Royal succession laws set to be changed
All 16 Commonweath countries have agreed to changes, Clegg says
British Deputy Prime Minister Nick Clegg pledged Tuesday that the law on Royal succession will be changed at the "earliest opportunity" and that "whether the baby is a boy or a girl, they will have an equal claim to the throne."
Clegg announced that the U.K. and the other 15 Commonwealth nations have now formally agreed to change their laws.
Clegg also said that a Succession to the Crown Bill would be introduced in Britain's House of Commons as soon as the parliamentary schedule permits.
"Notwithstanding a few parliamentary turns of the wheel, this is now going to happen," Clegg said, adding that "the old-fashioned rules … have been swept aside."
"Born to Rule, Be It a Boy or a Girl" proclaimed the Daily Mail, which noted that the baby had "already made royal and constitutional history," even before it is born.
Not so fast, caution others.
A royal saga needs a touch of uncertainty, and experts point out that despite politicians' promises, the law giving males primacy in succession has not yet been changed — and the clock is ticking.
"We know that the wishes of politicians are written in water," said royal historian Robert Lacey. "Law only becomes law when the law is made — and the law has not been made."
Queen Elizabeth's heirs
- Prince Charles
- Prince William
- Prince Harry
The former Kate Middleton, who is less than 12 weeks pregnant, spent a second day in a London hospital Tuesday being treated for acute morning sickness. Photographers and camera crews from around the world camped outside, eager for news on the royal pregnancy.
Congratulations poured in from around the world at a piece of good news to follow Kate and William's lavish royal wedding in 2011 and Queen Elizabeth's Diamond Jubilee celebrations this year.
Officials say Kate and William's baby will displace Prince Harry, William's sibling, as third in line to the throne — and the child will stay there, even if she is a princess who later acquires a younger brother.
For centuries, preference was given to male heirs, so a first-born princess would be leapfrogged in the succession by a younger brother. As a result, there have been some 40 kings of England since the Norman Conquest in 1066, but only seven queens.
Key constitutional documents
Last year, leaders of Britain and the 15 former colonies that have the queen as their head of state informally agreed to establish new rules giving female children equal status with males in the order of succession — something that will require legal changes in each country.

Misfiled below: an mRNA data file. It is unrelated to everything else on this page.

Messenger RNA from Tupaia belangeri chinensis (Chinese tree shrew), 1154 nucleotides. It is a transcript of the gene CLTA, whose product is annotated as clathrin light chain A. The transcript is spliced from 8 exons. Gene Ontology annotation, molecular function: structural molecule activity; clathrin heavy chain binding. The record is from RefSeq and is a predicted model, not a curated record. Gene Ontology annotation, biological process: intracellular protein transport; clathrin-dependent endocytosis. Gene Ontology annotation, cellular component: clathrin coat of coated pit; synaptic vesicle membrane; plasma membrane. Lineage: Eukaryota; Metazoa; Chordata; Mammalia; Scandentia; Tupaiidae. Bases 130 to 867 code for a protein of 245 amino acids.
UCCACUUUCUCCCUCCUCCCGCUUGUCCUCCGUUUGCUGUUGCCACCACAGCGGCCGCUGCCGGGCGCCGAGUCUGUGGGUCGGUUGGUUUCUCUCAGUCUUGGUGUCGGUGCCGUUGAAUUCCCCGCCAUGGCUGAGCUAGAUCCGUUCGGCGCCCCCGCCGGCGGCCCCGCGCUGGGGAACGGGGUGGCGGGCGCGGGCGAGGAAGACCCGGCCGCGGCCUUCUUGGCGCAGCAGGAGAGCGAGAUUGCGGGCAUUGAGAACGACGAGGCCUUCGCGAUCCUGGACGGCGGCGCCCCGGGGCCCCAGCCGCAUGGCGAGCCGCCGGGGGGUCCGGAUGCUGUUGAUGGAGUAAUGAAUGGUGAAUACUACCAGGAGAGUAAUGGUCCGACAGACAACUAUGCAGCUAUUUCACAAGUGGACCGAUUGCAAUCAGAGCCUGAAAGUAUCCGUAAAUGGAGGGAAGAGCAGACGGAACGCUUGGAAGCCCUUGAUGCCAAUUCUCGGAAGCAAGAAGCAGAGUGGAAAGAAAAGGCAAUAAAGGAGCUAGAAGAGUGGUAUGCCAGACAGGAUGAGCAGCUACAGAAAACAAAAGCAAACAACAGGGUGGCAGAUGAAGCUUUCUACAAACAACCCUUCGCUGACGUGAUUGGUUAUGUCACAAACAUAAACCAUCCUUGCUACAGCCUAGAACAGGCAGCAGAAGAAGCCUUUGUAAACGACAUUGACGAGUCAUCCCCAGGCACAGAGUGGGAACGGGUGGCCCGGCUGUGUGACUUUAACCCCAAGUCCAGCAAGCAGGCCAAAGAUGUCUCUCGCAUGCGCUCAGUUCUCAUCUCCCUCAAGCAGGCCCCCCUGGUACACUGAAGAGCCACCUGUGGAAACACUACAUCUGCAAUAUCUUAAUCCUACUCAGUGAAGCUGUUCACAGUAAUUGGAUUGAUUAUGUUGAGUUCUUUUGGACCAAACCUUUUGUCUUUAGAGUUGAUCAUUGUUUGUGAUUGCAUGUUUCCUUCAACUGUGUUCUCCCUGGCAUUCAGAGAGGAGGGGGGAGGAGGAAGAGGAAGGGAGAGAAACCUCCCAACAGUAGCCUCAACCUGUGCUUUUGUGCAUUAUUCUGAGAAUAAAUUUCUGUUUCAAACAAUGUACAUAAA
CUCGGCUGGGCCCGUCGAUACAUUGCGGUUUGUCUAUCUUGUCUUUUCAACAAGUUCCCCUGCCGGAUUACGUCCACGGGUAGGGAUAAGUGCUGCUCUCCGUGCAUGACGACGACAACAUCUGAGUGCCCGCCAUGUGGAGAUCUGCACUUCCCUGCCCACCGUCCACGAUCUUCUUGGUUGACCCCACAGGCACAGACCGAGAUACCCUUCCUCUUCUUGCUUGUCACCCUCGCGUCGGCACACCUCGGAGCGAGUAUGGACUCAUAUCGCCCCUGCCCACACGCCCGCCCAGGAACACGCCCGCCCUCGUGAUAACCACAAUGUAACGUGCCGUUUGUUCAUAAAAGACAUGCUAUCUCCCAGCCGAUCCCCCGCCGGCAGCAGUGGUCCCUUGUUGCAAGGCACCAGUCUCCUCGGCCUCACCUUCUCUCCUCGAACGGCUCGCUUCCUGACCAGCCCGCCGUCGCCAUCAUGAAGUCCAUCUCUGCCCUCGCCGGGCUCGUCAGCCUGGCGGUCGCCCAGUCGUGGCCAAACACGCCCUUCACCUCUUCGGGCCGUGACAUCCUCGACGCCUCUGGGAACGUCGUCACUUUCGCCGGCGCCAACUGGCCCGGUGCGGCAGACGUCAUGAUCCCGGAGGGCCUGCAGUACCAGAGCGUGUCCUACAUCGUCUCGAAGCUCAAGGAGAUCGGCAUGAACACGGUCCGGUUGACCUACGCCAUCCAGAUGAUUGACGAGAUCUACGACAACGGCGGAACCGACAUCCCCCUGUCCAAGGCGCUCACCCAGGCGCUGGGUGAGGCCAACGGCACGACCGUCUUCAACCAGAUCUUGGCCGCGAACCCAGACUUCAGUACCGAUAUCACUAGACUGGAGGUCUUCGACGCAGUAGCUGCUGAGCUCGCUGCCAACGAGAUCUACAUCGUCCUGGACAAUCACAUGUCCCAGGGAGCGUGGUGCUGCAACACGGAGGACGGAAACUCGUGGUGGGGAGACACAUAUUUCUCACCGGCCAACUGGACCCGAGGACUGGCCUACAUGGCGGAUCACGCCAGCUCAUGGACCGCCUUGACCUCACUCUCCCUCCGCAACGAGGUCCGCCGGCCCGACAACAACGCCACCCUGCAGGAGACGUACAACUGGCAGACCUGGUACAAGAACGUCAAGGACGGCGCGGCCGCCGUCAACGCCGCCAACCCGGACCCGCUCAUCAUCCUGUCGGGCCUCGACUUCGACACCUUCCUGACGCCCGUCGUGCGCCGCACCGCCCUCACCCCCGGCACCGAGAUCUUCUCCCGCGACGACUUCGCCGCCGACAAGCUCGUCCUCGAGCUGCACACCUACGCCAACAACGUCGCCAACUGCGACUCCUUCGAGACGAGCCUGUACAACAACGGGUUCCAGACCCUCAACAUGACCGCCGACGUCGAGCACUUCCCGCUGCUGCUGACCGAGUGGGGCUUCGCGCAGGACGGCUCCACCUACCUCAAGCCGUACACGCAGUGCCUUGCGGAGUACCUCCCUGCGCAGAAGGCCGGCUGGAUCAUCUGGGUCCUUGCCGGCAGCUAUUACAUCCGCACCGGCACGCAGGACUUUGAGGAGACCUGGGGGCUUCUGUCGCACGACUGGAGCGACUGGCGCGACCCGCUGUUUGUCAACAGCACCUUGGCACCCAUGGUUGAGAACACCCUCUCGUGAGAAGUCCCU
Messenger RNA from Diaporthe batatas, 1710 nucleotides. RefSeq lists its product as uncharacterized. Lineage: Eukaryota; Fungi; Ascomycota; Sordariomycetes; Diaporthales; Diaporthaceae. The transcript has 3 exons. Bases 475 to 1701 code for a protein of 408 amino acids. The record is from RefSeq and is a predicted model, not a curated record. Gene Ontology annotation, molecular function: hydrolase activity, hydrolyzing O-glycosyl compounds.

"Put simply, if the Duke and Duchess of Cambridge were to have a little girl, that girl would one day be our queen," Prime Minister David Cameron said at the time.
Months passed with little progress. But the prospect of a royal birth next year seems to have focused political minds, at least somewhat.
In Britain, implementing the new rule means changing bits of several key constitutional documents, including the Bill of Rights and Coronation Oath Act of 1688, the 1701 Act of Settlement and the 1706 Act of Union with Scotland.
Lacey said that if it is not done by the time the baby is born, uncertainty is bound to remain. What if Kate has twins? Experts say the firstborn will be heir — but even that could be open to question.
"Say they have twins and a girl comes out first and 20 years later the boy turns out to be the more attractive character," Lacey said. "People will say that at the time the law meant the boy should have inherited."
Roman Catholics forbidden
Rebecca Probert, a professor at the University of Warwick's school of law, said there are other issues that the law should address to bring the monarchy up to date.
British monarchs are banned from marrying Roman Catholics, but not members of other faiths — something Clegg said the new law would change.
An heir also cannot marry without the monarch's permission, and can't marry in a civil ceremony — even though Prince Charles did just that when he wed his second wife, Camilla Parker Bowles, in 2005.
Probert said it's important "to have a clause in there confirming that monarchs are able to marry in the same ways that are open to their subjects."
But she thinks that may prove too complicated for lawmakers in the short term.
"They might decide in the interests of time to stick to the single issue of gender and leave the rest to a more convenient time — which tends to be never," she said.